Can you please tell me why my temples throb all the time,even without headache? jbw.
No, we really can't tell you why your temples throb. That requires diagnosis, which can only be done in person following a review of your history and a full examination. Sometimes, high blood pressure can cause a sensation of throbbing at the temples, but you really need to see your doctor about this .
Good luck, John Claude Krusz and Teri Robert
About Ask the Clinician :
Dr. Krusz is a recognized expert in the fields of headache and Migraine treatment and pain treatment. Each week, he and Lead Expert Teri Robert, team up to answer your questions about headaches and Migraines. You can read more about Dr. Krusz or more about Teri Robert .
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During breast cancer treatment, you may have different kinds of pain in your chest.
After surgery, you may feel a mixture of pain and numbness in your chest in the area where surgery was done. This is because nerves were unavoidably bruised, stretched, or cut during surgery. As the nerves grow back, you may feel strange, crawling sensations in your chest. Right after surgery, you may feel brief shooting pains in your chest. This is also because the nerves are irritated.
During and after radiation therapy, you also may feel brief shooting pains in your chest. Again, this is because the nerves are swollen and irritated.
If you have an implant in place and the tissues around it are stretched, you may feel more severe chest pain.
Managing chest pain
If you have chest pain after surgery or during or after radiation therapy, talk to your doctor. A number of medicines, including acetaminophen, ibuprofen, and opiates, can be used to ease pain.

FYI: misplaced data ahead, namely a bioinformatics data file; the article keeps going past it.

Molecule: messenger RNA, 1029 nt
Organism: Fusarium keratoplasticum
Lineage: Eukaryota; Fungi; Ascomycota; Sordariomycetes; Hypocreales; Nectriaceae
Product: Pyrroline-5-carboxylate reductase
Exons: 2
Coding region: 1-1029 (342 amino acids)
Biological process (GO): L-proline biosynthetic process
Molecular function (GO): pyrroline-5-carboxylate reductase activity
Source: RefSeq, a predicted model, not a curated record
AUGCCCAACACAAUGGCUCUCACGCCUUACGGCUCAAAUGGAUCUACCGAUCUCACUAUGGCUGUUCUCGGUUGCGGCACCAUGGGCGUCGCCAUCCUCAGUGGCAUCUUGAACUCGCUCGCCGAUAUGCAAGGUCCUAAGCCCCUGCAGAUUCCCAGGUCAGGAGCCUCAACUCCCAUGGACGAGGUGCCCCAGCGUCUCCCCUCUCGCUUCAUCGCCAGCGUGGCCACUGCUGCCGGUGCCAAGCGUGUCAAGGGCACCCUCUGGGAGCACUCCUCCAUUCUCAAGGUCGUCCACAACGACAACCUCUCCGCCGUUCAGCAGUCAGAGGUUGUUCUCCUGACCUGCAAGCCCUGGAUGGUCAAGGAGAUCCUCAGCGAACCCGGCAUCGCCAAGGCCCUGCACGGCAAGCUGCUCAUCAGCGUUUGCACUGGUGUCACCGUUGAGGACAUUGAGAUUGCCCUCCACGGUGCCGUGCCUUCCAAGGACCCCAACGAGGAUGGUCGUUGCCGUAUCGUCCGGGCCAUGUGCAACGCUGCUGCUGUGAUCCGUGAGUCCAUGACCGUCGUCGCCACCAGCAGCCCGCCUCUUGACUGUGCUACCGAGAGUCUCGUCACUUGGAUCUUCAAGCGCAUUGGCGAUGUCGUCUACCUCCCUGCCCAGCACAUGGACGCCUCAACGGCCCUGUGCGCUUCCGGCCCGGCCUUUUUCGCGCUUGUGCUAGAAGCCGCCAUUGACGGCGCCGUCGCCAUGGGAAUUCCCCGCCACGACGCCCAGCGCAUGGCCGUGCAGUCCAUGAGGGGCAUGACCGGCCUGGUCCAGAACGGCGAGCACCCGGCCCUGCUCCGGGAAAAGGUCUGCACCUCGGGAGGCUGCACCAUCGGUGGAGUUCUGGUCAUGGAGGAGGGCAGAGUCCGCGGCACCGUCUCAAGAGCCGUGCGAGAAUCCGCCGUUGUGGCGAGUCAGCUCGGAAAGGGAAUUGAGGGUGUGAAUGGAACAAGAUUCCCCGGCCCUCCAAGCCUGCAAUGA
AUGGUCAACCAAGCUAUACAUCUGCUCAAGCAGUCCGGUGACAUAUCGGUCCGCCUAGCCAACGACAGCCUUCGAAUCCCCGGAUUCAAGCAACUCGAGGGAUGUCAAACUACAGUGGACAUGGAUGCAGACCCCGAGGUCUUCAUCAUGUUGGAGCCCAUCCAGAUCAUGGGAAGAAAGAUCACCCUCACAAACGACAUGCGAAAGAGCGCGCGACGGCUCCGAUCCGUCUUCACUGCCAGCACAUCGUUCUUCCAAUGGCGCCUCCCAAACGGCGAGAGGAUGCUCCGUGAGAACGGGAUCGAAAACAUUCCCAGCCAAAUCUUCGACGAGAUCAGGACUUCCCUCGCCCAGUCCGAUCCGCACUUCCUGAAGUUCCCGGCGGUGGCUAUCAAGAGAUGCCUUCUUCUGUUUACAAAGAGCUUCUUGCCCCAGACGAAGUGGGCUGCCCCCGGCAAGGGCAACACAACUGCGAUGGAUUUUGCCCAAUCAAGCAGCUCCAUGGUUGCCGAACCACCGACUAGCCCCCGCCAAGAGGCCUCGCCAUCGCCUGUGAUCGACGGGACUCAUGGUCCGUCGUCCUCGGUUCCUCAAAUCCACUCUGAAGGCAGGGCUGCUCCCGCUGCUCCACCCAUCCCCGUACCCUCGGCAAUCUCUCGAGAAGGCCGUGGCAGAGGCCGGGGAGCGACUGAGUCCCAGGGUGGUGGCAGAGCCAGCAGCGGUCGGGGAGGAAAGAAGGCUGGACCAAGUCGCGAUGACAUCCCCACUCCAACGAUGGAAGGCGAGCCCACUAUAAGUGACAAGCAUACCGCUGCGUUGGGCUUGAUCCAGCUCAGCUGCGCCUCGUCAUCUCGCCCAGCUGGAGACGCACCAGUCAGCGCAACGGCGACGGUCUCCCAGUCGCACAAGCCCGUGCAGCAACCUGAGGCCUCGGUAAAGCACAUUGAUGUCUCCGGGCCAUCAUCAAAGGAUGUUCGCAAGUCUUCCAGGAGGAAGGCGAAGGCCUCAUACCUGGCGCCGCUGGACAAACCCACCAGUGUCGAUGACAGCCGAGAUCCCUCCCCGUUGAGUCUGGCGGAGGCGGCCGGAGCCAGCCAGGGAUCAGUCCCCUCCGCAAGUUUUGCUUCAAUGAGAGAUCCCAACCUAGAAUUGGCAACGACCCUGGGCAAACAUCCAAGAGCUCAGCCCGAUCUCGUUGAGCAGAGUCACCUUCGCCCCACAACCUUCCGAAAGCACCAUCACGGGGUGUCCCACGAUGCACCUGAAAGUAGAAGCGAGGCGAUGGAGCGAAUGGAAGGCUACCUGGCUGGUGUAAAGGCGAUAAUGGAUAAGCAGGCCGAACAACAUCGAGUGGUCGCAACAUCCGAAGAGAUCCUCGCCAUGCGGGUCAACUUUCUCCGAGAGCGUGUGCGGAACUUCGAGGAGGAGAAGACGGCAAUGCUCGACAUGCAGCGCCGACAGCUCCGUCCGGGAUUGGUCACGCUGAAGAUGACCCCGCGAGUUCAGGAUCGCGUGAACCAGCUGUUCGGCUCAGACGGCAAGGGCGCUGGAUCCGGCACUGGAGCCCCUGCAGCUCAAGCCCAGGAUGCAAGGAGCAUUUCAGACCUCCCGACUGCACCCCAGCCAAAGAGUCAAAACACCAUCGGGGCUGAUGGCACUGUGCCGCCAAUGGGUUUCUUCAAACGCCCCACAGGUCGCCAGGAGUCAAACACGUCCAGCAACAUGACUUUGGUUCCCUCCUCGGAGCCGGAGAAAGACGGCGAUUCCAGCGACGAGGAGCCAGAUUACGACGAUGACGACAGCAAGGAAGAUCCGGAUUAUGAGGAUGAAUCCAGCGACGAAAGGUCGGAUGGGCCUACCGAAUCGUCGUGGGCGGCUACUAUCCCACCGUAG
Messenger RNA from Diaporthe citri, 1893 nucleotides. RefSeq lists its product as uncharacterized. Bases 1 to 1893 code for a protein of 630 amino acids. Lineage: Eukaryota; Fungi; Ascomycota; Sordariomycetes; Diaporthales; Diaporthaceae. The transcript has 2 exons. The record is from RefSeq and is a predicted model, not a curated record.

Some complementary and holistic medicine techni...
Definition A magnetic resonance imaging (MRI) scan of the chest is a noninvasive imaging method that uses powerful magnets and radio waves to create detailed pictures of the chest (thoracic) area. Unlike x-rays and computed tomographic ( CT ) scans, which use radiation, MRI uses powerful magnets and radio waves. The MRI scanner contains the magnet. The magnetic field produced by an MRI is about 10 thousand times greater than the Earth's. The magnetic field forces hydrogen atoms in the body to line up in a certain way (similar to how the needle on a compass moves when you hold it near a magnet). When radio waves are sent toward the lined-up hydrogen atoms, they bounce back, and a computer records the signal. Different types of tissues send back different signals. Single MRI images are called slices. The images can be stored on a computer or printed on film. One exam produces dozens or sometimes hundreds of images. See also: Magnetic resonance imaging (MRI) Alternative Names Nuclear magnetic res...
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